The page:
For an equally funny but very different sort of book, there is Where’s My Mummy? This one is about Little Baby Mummy, who insists on playing just one more game of “Hide and Shriek” before bed – only to find himself separated from Big Mama Mummy. So he searches for her, encountering plenty of weird sounds and such creatures of the night as Bones, Glob and Drac – each of them warning Little Baby Mummy about the really scary things he may run into at night. Manders’ drawings of the monstrous creatures are wonderfully funny – Drac’s bat-covered pajamas and bedroom slippers are simply hysterical. But eventually, Little Baby Mummy does encounter something really scary – only to be rescued, just in time, by Big Mama Mummy, who takes him home and puts him peacefully to sleep. This is a very offbeat bedtime story indeed, and a thoroughly enjoyable one from start to finish.

     The amusement in “Shwatsit!” is summed up in the second part of the title: no one knows just what the baby means when saying the same nonsense word over and over again. There is nothing special about the setting here; the story could happen in anyone’s home. Christin Ditchfield keeps readers focused on the mystery of the incomprehensible word, while Rosalind Beardshaw’s pleasantly homey illustrations show all the things the word could mean and all the family’s attempts to figure it out. This book is a good vocabulary builder as well as a gently amusing story: kids will enjoy finding all the items in each illustration to which “shwatsit” could refer. Eventually, the family figures out what the word is really all about – and the solution is enough of a surprise to justify the big smiles on the faces of everyone (parents and three kids in addition to the baby). This is a sweetly told story that will be particularly appealing to families whose youngest children spend a lot of time trying to communicate, not always successfully.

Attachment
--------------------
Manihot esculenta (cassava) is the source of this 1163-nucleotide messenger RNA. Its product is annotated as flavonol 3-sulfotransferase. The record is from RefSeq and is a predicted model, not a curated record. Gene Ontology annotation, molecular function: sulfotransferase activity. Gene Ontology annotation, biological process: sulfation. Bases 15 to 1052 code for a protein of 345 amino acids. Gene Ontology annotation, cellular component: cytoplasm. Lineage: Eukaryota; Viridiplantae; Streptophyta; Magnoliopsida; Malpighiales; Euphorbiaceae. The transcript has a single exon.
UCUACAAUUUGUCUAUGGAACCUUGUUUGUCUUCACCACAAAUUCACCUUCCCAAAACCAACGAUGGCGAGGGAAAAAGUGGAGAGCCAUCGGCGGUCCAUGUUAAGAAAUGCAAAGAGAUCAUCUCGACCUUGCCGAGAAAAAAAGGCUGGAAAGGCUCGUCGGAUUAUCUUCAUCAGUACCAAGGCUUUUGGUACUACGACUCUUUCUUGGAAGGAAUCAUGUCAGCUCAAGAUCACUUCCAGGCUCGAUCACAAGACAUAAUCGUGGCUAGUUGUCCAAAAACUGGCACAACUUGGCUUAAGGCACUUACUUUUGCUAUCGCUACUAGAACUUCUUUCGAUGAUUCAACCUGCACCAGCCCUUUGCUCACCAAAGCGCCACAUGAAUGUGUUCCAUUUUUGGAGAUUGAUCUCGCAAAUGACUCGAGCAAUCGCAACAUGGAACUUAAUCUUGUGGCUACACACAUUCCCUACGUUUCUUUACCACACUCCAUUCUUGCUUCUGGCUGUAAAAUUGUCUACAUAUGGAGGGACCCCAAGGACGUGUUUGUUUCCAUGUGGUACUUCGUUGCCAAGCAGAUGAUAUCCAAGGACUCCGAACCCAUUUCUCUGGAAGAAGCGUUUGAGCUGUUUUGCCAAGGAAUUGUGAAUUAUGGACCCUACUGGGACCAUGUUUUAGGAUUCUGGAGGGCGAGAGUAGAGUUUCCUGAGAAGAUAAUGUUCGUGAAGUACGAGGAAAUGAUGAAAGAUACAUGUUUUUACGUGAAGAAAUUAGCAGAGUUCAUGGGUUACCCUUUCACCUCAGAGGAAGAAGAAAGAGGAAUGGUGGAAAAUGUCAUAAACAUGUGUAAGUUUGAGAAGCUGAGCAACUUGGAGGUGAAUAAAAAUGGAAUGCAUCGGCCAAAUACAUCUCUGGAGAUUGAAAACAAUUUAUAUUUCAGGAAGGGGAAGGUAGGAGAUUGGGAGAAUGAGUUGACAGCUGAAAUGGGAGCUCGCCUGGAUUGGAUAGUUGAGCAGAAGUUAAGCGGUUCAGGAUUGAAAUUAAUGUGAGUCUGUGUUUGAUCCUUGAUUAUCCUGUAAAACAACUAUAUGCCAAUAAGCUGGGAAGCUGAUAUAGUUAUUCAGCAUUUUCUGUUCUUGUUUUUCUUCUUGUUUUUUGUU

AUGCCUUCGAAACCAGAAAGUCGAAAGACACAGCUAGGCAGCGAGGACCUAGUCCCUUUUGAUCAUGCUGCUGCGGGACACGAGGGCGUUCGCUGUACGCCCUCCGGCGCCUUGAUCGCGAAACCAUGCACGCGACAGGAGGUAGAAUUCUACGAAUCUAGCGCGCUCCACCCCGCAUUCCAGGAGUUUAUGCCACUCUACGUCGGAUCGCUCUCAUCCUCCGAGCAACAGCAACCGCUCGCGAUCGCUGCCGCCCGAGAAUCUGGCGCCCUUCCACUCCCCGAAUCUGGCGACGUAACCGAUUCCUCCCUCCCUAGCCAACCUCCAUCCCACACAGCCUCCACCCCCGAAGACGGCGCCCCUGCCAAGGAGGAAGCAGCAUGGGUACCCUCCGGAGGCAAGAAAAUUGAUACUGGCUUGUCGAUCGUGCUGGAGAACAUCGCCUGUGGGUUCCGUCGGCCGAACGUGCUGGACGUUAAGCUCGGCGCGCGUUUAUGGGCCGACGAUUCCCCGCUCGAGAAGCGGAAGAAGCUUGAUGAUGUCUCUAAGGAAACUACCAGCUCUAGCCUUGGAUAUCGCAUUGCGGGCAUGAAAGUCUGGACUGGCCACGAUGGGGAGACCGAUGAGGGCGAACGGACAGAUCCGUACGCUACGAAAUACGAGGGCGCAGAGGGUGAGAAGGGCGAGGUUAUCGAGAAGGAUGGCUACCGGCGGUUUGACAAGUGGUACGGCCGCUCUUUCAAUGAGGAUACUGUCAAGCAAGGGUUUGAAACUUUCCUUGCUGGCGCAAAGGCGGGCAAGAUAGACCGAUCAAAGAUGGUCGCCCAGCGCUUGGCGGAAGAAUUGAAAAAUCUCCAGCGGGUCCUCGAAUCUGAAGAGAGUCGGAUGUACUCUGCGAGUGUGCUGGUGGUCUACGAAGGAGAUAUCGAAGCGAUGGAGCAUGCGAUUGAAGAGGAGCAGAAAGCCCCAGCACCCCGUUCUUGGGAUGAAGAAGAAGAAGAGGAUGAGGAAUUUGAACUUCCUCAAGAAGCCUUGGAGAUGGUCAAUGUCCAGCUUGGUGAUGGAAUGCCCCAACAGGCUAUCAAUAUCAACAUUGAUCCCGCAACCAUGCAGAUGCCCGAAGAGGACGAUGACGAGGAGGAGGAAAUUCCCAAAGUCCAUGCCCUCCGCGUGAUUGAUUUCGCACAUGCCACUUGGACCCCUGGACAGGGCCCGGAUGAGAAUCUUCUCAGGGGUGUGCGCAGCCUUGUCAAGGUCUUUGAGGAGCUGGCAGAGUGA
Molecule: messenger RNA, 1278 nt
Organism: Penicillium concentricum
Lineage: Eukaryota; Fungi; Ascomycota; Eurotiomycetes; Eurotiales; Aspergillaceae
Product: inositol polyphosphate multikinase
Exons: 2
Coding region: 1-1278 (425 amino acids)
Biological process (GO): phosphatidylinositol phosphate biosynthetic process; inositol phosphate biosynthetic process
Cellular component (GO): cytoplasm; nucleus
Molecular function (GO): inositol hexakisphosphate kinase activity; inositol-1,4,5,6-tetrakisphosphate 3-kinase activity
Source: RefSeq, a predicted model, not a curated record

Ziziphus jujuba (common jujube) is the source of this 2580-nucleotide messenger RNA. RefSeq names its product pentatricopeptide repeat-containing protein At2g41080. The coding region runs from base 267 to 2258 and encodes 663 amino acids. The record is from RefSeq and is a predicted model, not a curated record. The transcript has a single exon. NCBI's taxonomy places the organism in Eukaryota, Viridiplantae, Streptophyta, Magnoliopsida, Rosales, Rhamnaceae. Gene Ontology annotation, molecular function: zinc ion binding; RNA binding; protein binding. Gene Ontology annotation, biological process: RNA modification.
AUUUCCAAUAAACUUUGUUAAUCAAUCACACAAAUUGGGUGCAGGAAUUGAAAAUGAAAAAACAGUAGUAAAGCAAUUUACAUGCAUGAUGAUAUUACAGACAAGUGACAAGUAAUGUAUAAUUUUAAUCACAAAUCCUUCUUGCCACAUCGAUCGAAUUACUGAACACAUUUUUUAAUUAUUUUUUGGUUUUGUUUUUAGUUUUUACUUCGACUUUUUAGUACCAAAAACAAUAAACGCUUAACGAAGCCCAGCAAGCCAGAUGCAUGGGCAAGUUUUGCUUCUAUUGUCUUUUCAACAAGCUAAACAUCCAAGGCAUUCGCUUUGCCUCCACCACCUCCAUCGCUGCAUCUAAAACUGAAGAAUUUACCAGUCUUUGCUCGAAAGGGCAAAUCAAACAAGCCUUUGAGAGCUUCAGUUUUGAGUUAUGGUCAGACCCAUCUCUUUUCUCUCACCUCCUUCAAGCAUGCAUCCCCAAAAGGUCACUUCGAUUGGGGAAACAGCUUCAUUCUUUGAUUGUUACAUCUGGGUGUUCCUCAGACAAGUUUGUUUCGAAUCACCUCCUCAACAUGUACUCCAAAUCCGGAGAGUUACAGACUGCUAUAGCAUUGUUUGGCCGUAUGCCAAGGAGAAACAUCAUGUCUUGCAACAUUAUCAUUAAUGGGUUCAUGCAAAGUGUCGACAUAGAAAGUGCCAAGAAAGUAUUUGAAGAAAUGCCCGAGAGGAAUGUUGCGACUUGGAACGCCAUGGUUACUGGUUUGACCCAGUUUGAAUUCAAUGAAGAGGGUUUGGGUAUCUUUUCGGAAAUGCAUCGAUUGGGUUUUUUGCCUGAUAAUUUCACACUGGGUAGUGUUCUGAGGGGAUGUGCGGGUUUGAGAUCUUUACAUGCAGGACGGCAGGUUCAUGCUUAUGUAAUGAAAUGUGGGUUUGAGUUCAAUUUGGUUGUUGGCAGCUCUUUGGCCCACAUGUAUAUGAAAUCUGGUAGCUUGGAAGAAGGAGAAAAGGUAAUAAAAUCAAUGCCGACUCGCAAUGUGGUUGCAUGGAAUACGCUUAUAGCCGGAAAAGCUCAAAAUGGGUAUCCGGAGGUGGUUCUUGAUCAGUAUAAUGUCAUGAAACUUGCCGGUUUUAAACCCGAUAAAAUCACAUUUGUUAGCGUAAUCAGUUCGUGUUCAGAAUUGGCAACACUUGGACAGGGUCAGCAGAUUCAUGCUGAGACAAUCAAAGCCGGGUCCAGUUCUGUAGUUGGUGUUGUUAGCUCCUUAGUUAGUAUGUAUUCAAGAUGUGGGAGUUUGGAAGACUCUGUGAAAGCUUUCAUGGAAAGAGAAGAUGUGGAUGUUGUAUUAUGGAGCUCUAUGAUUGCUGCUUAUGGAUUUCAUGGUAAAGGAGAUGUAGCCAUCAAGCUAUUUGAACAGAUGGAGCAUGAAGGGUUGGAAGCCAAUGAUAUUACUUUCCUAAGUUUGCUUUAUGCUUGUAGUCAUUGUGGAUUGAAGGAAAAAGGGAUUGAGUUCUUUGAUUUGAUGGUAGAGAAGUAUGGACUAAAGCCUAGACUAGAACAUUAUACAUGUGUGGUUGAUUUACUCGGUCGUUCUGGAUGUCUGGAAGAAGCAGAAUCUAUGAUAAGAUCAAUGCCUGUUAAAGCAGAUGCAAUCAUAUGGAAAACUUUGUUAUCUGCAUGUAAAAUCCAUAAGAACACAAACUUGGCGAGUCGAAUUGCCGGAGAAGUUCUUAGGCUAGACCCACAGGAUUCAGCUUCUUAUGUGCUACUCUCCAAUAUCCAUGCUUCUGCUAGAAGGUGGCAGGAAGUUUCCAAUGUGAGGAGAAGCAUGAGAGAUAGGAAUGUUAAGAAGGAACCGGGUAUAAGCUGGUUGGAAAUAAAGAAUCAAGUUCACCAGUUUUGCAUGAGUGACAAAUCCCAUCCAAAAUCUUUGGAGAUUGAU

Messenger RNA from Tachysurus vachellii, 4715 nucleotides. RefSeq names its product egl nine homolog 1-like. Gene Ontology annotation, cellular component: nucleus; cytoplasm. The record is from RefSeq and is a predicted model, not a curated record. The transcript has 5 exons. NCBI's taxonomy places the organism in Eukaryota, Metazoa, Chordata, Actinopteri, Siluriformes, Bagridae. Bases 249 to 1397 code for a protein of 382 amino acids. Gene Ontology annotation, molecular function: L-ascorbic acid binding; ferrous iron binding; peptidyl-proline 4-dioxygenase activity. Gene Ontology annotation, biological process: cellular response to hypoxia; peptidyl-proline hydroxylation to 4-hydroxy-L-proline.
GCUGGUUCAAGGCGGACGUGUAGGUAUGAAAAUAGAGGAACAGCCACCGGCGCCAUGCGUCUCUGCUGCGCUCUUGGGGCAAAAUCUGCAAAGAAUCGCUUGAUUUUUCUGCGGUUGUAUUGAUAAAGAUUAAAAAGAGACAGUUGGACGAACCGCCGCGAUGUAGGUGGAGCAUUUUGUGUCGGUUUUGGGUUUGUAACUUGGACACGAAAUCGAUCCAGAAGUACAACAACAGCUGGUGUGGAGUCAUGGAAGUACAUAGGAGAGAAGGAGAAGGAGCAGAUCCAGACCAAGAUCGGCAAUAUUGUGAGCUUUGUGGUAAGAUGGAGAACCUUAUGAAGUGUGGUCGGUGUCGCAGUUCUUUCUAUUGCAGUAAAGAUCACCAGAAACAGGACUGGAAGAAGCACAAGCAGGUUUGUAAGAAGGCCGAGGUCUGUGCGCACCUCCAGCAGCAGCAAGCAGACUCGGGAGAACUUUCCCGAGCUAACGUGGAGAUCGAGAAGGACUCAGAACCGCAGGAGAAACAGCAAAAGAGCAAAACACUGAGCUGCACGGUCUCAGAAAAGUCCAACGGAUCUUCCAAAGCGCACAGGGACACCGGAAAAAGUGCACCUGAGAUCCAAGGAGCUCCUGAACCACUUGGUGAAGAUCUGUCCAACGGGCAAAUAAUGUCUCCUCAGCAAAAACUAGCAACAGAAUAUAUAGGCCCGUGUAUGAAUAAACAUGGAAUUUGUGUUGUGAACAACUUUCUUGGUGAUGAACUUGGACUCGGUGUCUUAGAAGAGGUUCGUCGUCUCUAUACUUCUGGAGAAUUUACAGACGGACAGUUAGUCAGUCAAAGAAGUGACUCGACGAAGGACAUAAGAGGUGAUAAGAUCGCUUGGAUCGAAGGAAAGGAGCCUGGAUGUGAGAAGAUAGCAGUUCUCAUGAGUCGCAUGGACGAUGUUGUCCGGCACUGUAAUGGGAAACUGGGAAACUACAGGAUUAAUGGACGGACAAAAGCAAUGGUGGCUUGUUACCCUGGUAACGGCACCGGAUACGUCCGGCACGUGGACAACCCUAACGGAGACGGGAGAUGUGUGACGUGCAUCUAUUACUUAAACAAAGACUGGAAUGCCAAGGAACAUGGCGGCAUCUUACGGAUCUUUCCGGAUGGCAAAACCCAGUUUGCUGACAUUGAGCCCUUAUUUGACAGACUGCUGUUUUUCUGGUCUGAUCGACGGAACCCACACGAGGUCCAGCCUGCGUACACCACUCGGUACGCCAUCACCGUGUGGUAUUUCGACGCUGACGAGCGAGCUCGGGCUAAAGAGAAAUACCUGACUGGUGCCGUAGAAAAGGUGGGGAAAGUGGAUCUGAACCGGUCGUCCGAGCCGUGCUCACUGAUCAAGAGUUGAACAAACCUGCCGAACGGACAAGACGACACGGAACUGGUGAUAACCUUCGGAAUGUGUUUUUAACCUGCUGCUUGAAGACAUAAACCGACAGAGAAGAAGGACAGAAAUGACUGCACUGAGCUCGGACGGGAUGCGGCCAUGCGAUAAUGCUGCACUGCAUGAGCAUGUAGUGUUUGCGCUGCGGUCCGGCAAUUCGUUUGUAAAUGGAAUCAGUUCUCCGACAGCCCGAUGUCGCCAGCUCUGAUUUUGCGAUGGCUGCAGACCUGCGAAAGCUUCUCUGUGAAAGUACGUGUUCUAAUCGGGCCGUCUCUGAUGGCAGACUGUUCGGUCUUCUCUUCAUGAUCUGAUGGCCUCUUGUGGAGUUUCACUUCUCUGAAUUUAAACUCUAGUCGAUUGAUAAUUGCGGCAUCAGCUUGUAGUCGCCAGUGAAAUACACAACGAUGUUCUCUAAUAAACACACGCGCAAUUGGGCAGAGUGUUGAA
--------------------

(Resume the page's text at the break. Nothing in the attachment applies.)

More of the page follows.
Sisters Kirsten and Carin Bramsen communicate very clearly indeed in The Yellow Tutu. Their message is to be yourself, see things your own way, and bond with like-minded people. Those are a lot of potentially heavy-handed lessons to learn from a single birthday present – the tutu of the book’s title – but they are communicated in a decidedly non-instructional way. It happens that Margo gets her birthday tutu on a school day, so she just has to wear it to school – on her head. Why there? Because the bright yellow makes her feel like sunshine. Margo’s sheer joy in her tutu comes through clearly in both words and pictures, as she heads for school wondering whether her sunniness will make flowers grow, birds sing happily and bees buzz more loudly. Unfortunately, Margo’s school friends are more down-to-earth about her costume, mocking and teasing her for wearing the yellow tutu on her head. Margo’s glistening eyes as she tries unsuccessfully to understand her friends’ reaction are heartbreaking. But one friend, Pearl, speaks up for Margo, saying she looks just like a sunflower (and we see Margo as a sunflower)…and Margo chimes in that she may look more like a lion (and we see her with a yellow-tutu mane, letting go with a really loud roar). So “Margo and Pearl skipped away from the other kids.” Later, they have an after-school tea party at which they both wear tutus on their heads (Pearl’s is pink). They imagine themselves as roses – and the final picture, showing two tutu-topped girls amid yellow and pink roses galore, is a gem. In fact, the entire book sparkles.